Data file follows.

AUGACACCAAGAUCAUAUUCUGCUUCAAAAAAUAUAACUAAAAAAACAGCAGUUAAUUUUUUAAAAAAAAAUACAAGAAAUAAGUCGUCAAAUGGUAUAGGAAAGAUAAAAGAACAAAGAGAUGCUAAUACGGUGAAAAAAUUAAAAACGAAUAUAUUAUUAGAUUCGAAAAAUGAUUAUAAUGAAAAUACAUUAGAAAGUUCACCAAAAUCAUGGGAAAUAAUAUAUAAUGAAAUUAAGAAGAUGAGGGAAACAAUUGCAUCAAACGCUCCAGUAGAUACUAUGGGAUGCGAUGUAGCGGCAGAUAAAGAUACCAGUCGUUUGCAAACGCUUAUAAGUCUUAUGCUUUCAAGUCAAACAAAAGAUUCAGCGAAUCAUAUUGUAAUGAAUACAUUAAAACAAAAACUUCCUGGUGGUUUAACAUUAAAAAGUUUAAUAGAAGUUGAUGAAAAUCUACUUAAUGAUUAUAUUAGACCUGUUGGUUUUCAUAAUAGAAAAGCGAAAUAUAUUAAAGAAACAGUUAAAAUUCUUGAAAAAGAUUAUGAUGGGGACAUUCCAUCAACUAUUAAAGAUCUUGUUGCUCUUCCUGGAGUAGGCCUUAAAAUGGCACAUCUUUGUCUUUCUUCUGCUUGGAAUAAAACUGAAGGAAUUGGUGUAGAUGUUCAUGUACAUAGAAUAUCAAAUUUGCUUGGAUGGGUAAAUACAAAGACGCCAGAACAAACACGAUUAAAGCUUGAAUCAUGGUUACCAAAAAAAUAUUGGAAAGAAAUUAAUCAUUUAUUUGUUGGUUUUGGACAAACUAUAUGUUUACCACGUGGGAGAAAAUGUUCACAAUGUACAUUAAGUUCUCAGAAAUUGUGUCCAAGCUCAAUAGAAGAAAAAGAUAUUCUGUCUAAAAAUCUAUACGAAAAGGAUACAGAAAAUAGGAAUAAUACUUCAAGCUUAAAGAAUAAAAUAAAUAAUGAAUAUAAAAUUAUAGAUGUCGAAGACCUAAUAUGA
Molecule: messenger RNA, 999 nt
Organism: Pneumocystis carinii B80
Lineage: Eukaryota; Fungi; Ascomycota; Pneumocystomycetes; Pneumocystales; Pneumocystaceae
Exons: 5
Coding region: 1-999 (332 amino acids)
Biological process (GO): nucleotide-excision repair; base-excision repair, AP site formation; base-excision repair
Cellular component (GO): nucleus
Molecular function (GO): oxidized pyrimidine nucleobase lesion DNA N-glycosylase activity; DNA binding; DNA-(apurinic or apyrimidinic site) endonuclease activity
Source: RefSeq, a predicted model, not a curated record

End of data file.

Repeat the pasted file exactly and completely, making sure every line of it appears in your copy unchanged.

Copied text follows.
AUGACACCAAGAUCAUAUUCUGCUUCAAAAAAUAUAACUAAAAAAACAGCAGUUAAUUUUUUAAAAAAAAAUACAAGAAAUAAGUCGUCAAAUGGUAUAGGAAAGAUAAAAGAACAAAGAGAUGCUAAUACGGUGAAAAAAUUAAAAACGAAUAUAUUAUUAGAUUCGAAAAAUGAUUAUAAUGAAAAUACAUUAGAAAGUUCACCAAAAUCAUGGGAAAUAAUAUAUAAUGAAAUUAAGAAGAUGAGGGAAACAAUUGCAUCAAACGCUCCAGUAGAUACUAUGGGAUGCGAUGUAGCGGCAGAUAAAGAUACCAGUCGUUUGCAAACGCUUAUAAGUCUUAUGCUUUCAAGUCAAACAAAAGAUUCAGCGAAUCAUAUUGUAAUGAAUACAUUAAAACAAAAACUUCCUGGUGGUUUAACAUUAAAAAGUUUAAUAGAAGUUGAUGAAAAUCUACUUAAUGAUUAUAUUAGACCUGUUGGUUUUCAUAAUAGAAAAGCGAAAUAUAUUAAAGAAACAGUUAAAAUUCUUGAAAAAGAUUAUGAUGGGGACAUUCCAUCAACUAUUAAAGAUCUUGUUGCUCUUCCUGGAGUAGGCCUUAAAAUGGCACAUCUUUGUCUUUCUUCUGCUUGGAAUAAAACUGAAGGAAUUGGUGUAGAUGUUCAUGUACAUAGAAUAUCAAAUUUGCUUGGAUGGGUAAAUACAAAGACGCCAGAACAAACACGAUUAAAGCUUGAAUCAUGGUUACCAAAAAAAUAUUGGAAAGAAAUUAAUCAUUUAUUUGUUGGUUUUGGACAAACUAUAUGUUUACCACGUGGGAGAAAAUGUUCACAAUGUACAUUAAGUUCUCAGAAAUUGUGUCCAAGCUCAAUAGAAGAAAAAGAUAUUCUGUCUAAAAAUCUAUACGAAAAGGAUACAGAAAAUAGGAAUAAUACUUCAAGCUUAAAGAAUAAAAUAAAUAAUGAAUAUAAAAUUAUAGAUGUCGAAGACCUAAUAUGA
Molecule: messenger RNA, 999 nt
Organism: Pneumocystis carinii B80
Lineage: Eukaryota; Fungi; Ascomycota; Pneumocystomycetes; Pneumocystales; Pneumocystaceae
Exons: 5
Coding region: 1-999 (332 amino acids)
Biological process (GO): nucleotide-excision repair; base-excision repair, AP site formation; base-excision repair
Cellular component (GO): nucleus
Molecular function (GO): oxidized pyrimidine nucleobase lesion DNA N-glycosylase activity; DNA binding; DNA-(apurinic or apyrimidinic site) endonuclease activity
Source: RefSeq, a predicted model, not a curated record